“There was part of me that wanted to see the world and travel to distant places, but I could only do it in my imagination, so I read ferociously and imagined things.” – George R.R. Martin
George R.R. Martin, who celebrated his 69th birthday this week, not only “imagined” things, but “wrote them wonderfully” and has been called The American Tolkien by Time Magazine, which listed him among the 100 most influential Americans. Author of the epic series of fantasy novels A Song of Fire and Ice – adapted into the massive HBO hit series A Game of Thrones – Martin makes his home in New Mexico and is one of the most popular writers in U.S. history.
It was my good fortune to spend time with him at an authors' booksigning during the Historical Writers of America conference, where he was named for the HWA’s Lifetime Achievement Award. As gracious as he is talented, Martin made an effort to personally greet many of the authors in attendance and posed for this photo with me.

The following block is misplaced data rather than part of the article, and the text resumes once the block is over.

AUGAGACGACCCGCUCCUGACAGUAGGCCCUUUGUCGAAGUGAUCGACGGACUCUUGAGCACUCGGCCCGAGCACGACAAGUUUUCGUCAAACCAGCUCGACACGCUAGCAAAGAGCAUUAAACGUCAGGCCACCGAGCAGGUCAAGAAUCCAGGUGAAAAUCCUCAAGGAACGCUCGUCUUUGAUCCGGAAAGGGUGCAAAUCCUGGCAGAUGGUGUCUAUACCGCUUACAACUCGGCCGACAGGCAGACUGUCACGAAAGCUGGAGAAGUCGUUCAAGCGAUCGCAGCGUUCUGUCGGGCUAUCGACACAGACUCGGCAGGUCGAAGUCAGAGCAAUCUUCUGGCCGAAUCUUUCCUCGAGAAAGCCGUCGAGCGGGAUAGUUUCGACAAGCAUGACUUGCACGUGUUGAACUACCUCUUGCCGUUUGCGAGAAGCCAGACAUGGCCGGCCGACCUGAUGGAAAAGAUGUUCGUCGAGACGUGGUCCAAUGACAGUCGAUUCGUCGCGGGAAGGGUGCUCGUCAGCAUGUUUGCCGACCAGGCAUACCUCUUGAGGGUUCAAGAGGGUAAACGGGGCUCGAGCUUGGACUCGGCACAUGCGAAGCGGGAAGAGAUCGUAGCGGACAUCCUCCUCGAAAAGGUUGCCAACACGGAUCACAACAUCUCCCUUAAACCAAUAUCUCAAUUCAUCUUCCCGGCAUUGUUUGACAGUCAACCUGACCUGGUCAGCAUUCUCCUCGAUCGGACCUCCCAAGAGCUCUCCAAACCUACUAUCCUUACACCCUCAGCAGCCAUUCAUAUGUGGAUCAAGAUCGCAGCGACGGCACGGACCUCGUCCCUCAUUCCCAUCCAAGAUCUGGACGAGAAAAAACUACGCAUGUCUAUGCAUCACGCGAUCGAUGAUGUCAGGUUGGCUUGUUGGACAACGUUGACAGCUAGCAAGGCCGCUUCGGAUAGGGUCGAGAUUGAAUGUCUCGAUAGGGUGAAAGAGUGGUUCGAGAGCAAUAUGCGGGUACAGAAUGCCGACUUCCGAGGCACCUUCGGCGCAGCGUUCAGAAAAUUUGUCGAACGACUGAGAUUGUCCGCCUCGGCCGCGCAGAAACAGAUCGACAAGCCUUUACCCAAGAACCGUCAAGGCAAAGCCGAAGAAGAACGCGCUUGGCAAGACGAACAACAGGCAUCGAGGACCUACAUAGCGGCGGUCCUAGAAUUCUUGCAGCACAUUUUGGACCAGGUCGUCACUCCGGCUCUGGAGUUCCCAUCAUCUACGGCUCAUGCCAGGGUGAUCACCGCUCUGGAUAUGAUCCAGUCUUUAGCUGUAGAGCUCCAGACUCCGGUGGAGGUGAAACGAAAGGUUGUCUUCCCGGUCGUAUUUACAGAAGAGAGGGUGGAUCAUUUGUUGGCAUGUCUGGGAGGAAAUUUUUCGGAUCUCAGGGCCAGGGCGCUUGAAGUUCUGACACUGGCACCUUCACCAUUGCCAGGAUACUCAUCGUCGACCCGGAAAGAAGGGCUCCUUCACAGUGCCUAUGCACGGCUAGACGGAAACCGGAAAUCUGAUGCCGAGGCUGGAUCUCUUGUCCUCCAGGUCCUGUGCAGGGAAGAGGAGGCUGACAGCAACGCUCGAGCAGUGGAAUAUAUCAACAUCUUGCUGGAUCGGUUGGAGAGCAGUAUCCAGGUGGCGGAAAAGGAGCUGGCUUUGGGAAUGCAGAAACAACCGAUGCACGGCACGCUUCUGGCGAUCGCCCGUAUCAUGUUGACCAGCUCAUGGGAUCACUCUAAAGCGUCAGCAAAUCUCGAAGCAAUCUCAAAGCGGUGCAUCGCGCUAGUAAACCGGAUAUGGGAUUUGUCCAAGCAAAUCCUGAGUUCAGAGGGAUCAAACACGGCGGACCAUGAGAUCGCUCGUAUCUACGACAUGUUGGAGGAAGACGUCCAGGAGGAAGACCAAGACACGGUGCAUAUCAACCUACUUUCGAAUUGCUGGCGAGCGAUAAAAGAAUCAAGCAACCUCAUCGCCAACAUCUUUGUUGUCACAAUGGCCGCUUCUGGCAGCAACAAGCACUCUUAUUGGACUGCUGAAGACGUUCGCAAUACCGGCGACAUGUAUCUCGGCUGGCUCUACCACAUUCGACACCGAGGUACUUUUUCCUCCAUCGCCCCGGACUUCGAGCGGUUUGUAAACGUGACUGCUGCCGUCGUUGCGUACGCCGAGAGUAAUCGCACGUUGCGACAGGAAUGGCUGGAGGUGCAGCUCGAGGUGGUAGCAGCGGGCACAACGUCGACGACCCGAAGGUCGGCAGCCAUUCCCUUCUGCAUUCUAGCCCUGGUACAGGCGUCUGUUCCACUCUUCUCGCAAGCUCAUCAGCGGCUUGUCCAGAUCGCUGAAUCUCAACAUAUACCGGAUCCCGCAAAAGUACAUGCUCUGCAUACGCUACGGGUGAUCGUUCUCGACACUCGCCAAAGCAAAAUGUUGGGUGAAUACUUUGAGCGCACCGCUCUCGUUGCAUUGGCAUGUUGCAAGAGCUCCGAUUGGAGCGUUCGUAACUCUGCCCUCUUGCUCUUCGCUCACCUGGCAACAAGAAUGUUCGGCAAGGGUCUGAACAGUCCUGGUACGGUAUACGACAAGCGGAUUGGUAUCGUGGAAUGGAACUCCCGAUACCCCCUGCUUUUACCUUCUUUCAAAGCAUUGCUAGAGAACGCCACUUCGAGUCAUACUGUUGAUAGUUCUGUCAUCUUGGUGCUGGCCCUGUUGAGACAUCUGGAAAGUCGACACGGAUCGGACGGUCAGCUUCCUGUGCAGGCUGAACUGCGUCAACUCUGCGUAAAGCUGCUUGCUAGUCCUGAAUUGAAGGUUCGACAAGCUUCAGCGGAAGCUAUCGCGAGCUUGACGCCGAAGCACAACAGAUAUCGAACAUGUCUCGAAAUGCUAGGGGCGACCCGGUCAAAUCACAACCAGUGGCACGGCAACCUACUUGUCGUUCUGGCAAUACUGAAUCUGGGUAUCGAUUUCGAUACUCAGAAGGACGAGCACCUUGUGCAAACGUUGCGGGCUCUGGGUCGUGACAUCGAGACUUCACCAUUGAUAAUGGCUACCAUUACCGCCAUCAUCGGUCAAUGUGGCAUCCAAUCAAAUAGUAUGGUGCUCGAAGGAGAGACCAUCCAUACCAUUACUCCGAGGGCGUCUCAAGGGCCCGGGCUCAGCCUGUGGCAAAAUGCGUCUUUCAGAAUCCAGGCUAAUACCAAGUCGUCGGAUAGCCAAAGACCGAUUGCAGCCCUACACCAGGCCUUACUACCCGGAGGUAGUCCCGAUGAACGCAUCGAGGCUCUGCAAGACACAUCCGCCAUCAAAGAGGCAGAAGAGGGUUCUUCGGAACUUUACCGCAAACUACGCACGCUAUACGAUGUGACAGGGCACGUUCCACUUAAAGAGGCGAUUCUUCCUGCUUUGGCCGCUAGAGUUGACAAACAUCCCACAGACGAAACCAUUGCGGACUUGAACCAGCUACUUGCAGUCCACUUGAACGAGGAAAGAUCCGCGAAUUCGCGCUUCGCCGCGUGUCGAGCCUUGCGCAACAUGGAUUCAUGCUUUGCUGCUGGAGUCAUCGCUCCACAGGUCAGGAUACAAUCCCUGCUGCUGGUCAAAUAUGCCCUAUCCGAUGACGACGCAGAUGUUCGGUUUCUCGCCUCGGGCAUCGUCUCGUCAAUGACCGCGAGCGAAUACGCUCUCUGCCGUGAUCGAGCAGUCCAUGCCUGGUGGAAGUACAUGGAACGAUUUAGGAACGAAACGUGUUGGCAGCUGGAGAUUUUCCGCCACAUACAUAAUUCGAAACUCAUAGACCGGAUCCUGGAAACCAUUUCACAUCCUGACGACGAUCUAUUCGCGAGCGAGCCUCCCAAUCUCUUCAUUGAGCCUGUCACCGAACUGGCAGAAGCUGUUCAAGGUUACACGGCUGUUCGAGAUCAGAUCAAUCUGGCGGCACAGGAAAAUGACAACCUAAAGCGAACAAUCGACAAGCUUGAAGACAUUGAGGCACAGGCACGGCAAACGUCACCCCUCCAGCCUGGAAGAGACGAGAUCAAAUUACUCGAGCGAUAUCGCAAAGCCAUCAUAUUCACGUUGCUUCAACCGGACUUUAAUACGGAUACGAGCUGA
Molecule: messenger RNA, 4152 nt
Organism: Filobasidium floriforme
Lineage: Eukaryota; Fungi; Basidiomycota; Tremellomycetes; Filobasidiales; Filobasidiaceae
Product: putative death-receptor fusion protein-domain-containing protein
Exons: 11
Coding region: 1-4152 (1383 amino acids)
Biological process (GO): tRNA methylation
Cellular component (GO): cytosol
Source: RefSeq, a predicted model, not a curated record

Martin's work has been described by the Los Angeles Times as having "complex story lines, fascinating characters, great dialogue, perfect pacing." His characters are multifaceted with intricate pasts, aspirations, and ambitions. “The author,” Publisher’s Weekly says, “makes us care about their fates."
“I'm one of those writers who say, 'I've enjoyed having written’,” Martin said. “There has to be a level of joy in what you're doing.”
George R.R. Martin and his colleague, Melinda Snodgrass, co-author of their Wild Card series of books and TV scripts, (seated front) posed for a photo with me and Gini Grossenbacher and Mark Wiederanders, California authors who were with me on a panel at the Historical Writers of America conference in Albuquerque, NM.
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